Families Mean Something

MJS Sr.
Page

Certainly, we hear parents whose children have left home state they would not want to be rearing children in the world of today. It appears this statement may be assessed as a lack of confidence in their own children. Thankfully, the myriad aspects of family life are greatly outnumbered by more pleasant circumstances than bad.

Young parents should cherish their responsibilities and be faithful to themselves and their children. Their joys will be enormously en­hanced as they grow to maturity.

Family life is many silent and spoken prayers for the welfare of loved ones. It is words of caution, of reprimand, and in later years, words of advice if solicited.

Family is a mountain of meals to prepare and dozens of dirty dishes,
In some households it is small rations of food and giant portions of love.
When children depart, family becomes memories.

Recollections come alive of spankings for three boys caught smoking by a parent who did smoke. ‘Do as I say, not as I do,’ but shouldn’t rules apply to all?
Rank has its privileges, but this is rank injustice. Sorry fellers!

Family is a son writing a newspaper publicly thanking a man for saving his brother’s life; also giving just and due credit to God for placing the man in the position to accomplish that thankful deed.

It is an unadventurous lad of 22 years pulling on a reserve of gumption he never dreamed he had riding a thumb hitching rides to San Francisco. The first letter concludes with a reassuring, “No I’m not like that.” Fully rewarding is an unacademic son who quits school at 16 years of age, goes to work the next day and works for his first employer six years. It is another young son who quits school, can’t find employment, but now employed becomes angry if he is forced to remain away from his job.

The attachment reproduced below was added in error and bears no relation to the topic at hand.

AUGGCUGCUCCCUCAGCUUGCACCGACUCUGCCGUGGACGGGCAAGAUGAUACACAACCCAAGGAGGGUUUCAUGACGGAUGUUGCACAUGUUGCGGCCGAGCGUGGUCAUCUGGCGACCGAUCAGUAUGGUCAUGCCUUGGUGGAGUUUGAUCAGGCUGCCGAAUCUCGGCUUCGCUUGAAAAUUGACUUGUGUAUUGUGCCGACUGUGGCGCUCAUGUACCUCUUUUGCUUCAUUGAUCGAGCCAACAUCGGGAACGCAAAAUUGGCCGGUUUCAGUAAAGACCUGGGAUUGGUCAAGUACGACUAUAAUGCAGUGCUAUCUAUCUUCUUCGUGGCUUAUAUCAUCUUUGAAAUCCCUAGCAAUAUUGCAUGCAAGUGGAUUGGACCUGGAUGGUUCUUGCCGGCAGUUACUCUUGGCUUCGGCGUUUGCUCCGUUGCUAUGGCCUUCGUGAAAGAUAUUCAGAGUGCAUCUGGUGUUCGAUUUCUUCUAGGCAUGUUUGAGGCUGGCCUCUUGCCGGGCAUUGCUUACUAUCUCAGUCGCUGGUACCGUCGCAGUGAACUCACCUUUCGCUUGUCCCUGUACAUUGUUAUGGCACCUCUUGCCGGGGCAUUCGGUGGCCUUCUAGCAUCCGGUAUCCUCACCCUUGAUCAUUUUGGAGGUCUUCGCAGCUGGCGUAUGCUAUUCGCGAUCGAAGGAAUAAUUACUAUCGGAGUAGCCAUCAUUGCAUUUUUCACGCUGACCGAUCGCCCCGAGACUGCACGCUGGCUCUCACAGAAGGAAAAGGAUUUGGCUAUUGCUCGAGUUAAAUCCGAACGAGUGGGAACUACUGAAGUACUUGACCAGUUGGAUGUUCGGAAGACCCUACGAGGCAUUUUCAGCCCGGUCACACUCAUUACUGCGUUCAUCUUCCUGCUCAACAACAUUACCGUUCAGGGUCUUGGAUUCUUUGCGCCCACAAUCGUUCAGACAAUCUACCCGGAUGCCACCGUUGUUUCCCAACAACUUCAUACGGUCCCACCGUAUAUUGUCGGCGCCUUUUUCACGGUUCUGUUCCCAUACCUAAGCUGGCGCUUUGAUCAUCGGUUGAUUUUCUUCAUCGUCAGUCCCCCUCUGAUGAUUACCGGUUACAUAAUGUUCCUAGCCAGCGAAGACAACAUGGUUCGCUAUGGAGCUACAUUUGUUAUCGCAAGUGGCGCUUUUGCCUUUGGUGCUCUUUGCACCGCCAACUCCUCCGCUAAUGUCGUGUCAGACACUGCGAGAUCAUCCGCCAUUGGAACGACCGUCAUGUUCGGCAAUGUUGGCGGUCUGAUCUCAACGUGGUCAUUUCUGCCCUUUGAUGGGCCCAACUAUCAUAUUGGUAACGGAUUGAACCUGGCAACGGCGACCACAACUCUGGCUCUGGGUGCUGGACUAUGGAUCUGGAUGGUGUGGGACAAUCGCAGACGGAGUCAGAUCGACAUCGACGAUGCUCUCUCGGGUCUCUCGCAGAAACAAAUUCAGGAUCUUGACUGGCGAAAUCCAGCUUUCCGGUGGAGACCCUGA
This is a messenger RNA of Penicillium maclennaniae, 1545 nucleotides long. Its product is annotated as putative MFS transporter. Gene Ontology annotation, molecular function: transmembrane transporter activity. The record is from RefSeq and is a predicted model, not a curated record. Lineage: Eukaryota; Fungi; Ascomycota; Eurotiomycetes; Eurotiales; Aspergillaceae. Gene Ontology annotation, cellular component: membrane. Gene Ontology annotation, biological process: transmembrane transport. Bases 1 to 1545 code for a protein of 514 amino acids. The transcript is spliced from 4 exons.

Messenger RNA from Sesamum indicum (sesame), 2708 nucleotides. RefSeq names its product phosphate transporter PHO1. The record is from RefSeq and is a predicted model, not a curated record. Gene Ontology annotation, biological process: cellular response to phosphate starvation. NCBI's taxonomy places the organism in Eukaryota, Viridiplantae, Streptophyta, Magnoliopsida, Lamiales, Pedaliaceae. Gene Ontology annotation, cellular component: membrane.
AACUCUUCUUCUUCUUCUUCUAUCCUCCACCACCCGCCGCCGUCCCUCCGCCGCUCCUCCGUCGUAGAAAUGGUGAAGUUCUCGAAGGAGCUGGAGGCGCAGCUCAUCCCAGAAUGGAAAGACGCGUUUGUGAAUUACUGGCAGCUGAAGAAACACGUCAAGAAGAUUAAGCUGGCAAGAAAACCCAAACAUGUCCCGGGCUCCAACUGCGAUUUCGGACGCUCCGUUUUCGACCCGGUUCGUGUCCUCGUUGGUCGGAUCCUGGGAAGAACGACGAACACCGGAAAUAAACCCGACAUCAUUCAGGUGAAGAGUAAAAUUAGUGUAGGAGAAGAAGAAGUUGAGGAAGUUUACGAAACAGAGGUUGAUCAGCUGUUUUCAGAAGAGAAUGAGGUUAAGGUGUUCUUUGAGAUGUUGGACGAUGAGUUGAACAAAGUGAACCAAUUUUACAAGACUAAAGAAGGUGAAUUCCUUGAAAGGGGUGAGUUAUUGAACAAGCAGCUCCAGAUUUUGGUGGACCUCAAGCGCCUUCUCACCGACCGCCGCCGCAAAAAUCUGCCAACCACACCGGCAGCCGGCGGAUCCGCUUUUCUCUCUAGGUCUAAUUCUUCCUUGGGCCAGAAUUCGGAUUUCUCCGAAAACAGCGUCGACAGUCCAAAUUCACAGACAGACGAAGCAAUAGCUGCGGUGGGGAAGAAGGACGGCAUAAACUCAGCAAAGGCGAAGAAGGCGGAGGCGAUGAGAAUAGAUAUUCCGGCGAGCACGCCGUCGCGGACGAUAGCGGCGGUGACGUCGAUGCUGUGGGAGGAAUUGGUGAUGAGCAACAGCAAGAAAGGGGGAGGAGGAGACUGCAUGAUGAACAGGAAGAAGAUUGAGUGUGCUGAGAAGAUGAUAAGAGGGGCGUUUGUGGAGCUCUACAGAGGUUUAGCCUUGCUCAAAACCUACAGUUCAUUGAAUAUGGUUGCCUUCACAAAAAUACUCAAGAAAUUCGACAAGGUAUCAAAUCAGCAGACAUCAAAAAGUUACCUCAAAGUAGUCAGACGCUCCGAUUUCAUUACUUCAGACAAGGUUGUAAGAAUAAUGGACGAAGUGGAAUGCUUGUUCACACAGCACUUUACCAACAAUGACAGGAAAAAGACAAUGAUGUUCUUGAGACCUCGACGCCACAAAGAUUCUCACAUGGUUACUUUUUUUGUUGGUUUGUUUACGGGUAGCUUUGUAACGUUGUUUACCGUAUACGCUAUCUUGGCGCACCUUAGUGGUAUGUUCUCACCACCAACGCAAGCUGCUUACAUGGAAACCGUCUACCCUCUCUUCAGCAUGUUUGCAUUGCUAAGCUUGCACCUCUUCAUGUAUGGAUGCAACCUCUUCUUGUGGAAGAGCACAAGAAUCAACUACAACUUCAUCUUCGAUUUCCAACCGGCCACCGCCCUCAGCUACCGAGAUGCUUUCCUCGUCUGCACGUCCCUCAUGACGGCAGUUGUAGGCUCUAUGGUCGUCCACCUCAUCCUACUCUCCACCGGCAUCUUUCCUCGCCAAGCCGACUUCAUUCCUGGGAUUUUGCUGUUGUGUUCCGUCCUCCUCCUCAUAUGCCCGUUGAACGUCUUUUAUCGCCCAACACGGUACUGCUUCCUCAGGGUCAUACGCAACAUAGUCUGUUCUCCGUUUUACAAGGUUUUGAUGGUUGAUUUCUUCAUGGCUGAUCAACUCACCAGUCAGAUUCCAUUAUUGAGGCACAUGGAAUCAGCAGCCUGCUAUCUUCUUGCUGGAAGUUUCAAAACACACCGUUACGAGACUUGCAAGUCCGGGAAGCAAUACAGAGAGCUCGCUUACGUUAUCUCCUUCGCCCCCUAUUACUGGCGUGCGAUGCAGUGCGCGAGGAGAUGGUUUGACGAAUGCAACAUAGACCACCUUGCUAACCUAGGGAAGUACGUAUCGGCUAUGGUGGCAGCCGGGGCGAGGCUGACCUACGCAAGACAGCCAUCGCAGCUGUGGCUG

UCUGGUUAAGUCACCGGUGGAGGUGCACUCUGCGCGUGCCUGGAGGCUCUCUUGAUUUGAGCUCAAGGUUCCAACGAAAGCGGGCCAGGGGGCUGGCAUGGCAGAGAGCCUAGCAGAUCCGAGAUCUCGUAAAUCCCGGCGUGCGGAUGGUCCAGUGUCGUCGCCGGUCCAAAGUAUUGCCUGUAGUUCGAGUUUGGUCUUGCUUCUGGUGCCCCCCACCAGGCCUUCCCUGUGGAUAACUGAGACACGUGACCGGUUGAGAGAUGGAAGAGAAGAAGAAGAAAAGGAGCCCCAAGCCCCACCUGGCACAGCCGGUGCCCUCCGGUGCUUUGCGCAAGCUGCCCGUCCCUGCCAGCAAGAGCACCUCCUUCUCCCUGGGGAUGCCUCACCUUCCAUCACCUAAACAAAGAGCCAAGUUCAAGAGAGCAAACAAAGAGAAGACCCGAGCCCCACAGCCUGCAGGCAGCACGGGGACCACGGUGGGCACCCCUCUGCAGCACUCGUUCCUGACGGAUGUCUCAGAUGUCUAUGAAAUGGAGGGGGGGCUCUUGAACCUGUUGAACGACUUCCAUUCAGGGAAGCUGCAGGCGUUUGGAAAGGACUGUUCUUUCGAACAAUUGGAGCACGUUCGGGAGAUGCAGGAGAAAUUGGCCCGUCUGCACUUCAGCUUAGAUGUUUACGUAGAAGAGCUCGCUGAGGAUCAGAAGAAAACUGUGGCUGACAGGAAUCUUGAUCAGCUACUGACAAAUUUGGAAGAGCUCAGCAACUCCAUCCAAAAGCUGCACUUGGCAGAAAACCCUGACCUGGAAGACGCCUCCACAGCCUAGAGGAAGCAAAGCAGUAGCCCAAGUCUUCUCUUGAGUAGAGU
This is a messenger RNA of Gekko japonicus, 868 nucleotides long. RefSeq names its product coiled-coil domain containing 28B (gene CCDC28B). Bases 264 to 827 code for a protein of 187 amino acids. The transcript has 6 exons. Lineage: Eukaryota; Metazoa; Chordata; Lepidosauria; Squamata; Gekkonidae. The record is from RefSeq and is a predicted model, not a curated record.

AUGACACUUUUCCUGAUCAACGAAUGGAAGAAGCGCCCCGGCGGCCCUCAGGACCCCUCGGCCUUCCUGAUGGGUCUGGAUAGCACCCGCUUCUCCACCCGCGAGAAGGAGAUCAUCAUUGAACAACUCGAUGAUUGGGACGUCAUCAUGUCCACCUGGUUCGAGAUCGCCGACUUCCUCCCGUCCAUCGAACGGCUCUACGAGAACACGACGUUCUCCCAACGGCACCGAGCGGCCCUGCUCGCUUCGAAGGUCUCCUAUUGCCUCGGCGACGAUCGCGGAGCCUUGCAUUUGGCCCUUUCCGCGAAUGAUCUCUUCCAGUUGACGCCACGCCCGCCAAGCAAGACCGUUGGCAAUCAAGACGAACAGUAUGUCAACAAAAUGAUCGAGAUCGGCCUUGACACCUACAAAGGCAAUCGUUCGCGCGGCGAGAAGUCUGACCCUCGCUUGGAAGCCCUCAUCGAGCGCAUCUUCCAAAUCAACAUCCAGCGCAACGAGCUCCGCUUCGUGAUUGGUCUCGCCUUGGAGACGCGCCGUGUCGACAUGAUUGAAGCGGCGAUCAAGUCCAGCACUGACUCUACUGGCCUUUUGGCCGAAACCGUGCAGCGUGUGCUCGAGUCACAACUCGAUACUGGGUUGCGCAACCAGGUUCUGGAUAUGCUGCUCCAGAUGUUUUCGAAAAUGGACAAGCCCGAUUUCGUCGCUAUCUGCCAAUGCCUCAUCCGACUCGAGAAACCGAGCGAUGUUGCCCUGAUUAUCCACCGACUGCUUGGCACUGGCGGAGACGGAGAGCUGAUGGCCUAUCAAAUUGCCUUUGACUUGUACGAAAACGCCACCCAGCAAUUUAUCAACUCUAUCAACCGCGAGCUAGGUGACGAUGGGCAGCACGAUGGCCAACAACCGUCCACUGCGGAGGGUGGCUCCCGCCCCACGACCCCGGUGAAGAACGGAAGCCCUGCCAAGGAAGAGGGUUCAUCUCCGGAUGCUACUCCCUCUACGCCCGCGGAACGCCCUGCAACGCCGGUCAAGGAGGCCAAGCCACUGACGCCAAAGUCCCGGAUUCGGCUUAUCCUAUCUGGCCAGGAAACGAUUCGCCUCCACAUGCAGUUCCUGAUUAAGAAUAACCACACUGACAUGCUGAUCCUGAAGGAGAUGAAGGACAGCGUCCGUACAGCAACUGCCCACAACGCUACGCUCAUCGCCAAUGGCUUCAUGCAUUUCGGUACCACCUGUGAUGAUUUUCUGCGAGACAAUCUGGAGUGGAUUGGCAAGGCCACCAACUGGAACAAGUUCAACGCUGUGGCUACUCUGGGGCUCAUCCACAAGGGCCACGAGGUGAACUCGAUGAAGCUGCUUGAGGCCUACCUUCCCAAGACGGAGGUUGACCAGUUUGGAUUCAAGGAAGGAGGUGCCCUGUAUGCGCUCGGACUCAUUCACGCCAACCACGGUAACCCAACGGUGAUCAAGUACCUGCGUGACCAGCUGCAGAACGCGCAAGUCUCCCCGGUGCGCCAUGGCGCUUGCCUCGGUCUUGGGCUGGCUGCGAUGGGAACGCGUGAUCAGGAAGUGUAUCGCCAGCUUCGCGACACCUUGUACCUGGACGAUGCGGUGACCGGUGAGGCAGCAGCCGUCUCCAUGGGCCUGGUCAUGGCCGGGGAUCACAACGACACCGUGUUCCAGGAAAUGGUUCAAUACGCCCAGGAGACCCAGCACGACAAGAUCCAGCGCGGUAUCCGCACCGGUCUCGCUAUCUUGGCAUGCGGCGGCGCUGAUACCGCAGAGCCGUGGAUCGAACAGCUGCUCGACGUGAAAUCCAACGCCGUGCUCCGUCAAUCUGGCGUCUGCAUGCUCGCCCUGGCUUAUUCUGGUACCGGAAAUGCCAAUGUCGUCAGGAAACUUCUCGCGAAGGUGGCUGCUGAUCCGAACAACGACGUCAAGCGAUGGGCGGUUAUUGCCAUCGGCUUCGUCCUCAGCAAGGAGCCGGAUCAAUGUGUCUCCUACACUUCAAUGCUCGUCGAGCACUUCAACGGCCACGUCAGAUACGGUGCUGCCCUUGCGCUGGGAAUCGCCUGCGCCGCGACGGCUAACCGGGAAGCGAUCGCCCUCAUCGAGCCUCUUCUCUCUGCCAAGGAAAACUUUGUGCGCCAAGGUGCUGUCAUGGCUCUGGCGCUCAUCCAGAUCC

Family is a daughter with a dew-drop voice and a pillow-soft nature who was so timid she never dated in high school. Sorry guys she’s married.

It’s also an alert five-year old who pulls a charged extension cord from his crawling baby sister’s mouth as her little body turns blue.

Brotherhood in a family is a son who drives 40 miles one way to transport his brother 4 miles to a hospital. The very same son rises at 2 a.m. on a cold night to give his father’s car a hot shot.

Unselfish is the daughter who arrives bearing checks for substantial amounts announcing. “It’s some I have left over.”

Then a son tenders 75 dollars “to help pay your car insurance.” The father is truly rich. Family is a disappointed boy who asks for a football suit, rejects it one year later but doesn’t forget to buy his mother a 30-dollar footstool for Christmas.
Fully Filling is a reunion at Thanksgiving or Christmas with no petty differences, a group where no jealousy is present and laughter abounds. Thanks Kids!

Concluding. family is a letter signed with love. So to all readers, with love.

Milton J. Smith, Sr.

Advertisements

Leave a Reply

Please log in using one of these methods to post your comment:

WordPress.com Logo

You are commenting using your WordPress.com account. Log Out / Change )

Twitter picture

You are commenting using your Twitter account. Log Out / Change )

Facebook photo

You are commenting using your Facebook account. Log Out / Change )

Google+ photo

You are commenting using your Google+ account. Log Out / Change )

Connecting to %s